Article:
Friday, April 13, 2012

You Have 2.7 Seconds to Reach Your Audience

Descente - 9/365Descente - 9/365 (Photo credit: Groume)That’s it.

If you’re not hooked by now, you might never be.

The average attention span is 2.7 seconds, roughly 140 characters (sound familiar?) according to Peter Shankman.

According to Statistic Brain
, the average attention span in 2012 is 12 seconds (down from 10 seconds in 2000). Are you still reading?

What do you think?

Friday, April 6, 2012

Who Decided That Girls Need Pink Toys? (Or Why Gender Marketing is a Bad Idea)

Pink!Pink! (Photo credit: fabrice79)I’m seeing pink.

It’s enough that girls must have pink clothing, pink bedrooms, and glittery pink cell phones. It’s enough that girls are taught to recite “pink” as their favorite color. It’s enough that Barbie’s 3-Story Dream Townhouse and Pop-Up Camper are pink. But Legos? Do we really need to force pink Legos on our girls?

Last week, this blog post entitled OMG! I’m Going to Be a Grandmother and I Hate Gender Marketing, caused quite a stir. The author makes the case that while she expects princesses to be pink, there is no practical reason why a corn popper push toy for a girl needs to be pink, and sold side-by-side with the blue popper for boys. There is no logic for the girl’s parking garage to be pink while the boy’s parking garage is red and yellow. Why can’t girls and boys park their cars in the same garage?

I wondered – do girls really prefer pink? Is there a case for the toy companies to market separate colors for boys and girls? According to this article in Time Science, there is indeed a difference in color preference between genders; women chose the redder shades of blue (those with reddish-purple tones) while men chose the greener shades of blue. But the study found that both genders universally prefer blue.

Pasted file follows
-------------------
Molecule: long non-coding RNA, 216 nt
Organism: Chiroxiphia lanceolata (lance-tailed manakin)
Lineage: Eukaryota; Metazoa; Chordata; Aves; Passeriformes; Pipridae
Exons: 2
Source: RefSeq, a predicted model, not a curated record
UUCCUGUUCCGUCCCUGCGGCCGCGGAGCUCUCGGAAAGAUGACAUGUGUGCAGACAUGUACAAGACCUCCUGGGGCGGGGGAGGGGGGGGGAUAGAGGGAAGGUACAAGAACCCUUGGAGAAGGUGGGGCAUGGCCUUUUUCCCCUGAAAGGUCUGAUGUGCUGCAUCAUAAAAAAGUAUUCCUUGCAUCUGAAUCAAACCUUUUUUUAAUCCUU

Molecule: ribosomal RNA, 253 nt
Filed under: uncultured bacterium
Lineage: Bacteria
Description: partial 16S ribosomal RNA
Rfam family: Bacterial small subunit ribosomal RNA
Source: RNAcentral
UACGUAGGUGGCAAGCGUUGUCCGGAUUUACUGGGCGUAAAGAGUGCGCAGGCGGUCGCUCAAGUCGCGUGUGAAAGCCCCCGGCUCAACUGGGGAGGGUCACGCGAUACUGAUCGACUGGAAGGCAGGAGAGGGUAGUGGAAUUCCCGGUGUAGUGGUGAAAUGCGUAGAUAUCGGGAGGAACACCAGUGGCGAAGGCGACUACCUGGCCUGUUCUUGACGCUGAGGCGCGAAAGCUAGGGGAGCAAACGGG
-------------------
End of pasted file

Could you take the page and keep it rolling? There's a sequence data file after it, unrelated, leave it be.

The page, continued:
That’s right, men and women agree on blue.

So when Lego decided they needed to reach what they call “the other 50%” of the world’s children, they did extensive market research. And, according to this article in Jezebel, they found that girls play differently than boys. They found that while boys like to focus on the building and following directions that the girls like to take breaks and start developing story. This resulted in a line of toys for girls branded Lego Friends, with pink and purple packaging. They don’t include directions.

Now you’re probably expecting me to rant about why these toys are a bad idea. But I’ll be honest. I like pink. I like purple. I look at the new Lego Friends line and I am drawn in. The packaging is attractive, I like the colors, and I like the idea of a toy built around a story (I am, after all, a story-teller). I am completely on board with the concept of the new Lego Friends line. As a marketer, I think it’s a brilliant idea. What I don’t like is that they are only for girls. It’s the gender marketing that has me seeing pink. I reject the notion that girls can't follow directions. I reject the notion that boys can't be creative. Must we have toys that are for boys and toys that are for girls?

Gender marketing pigeonholes our children into specific roles and behaviors. Is this what we want?

If we insist that girls need pink toys while the boys play with toys that are blue, green, yellow, and red, how is it possible that we can expect them to aspire to the same jobs? If we continue to expect that girls can’t follow directions to build Legos, how can we expect women to learn the skills to debug computer software? If girls need to park their cars in the pink garage while boys park in the yellow garage, how is it possible that we can expect women to be invited to sit at the same boardroom ta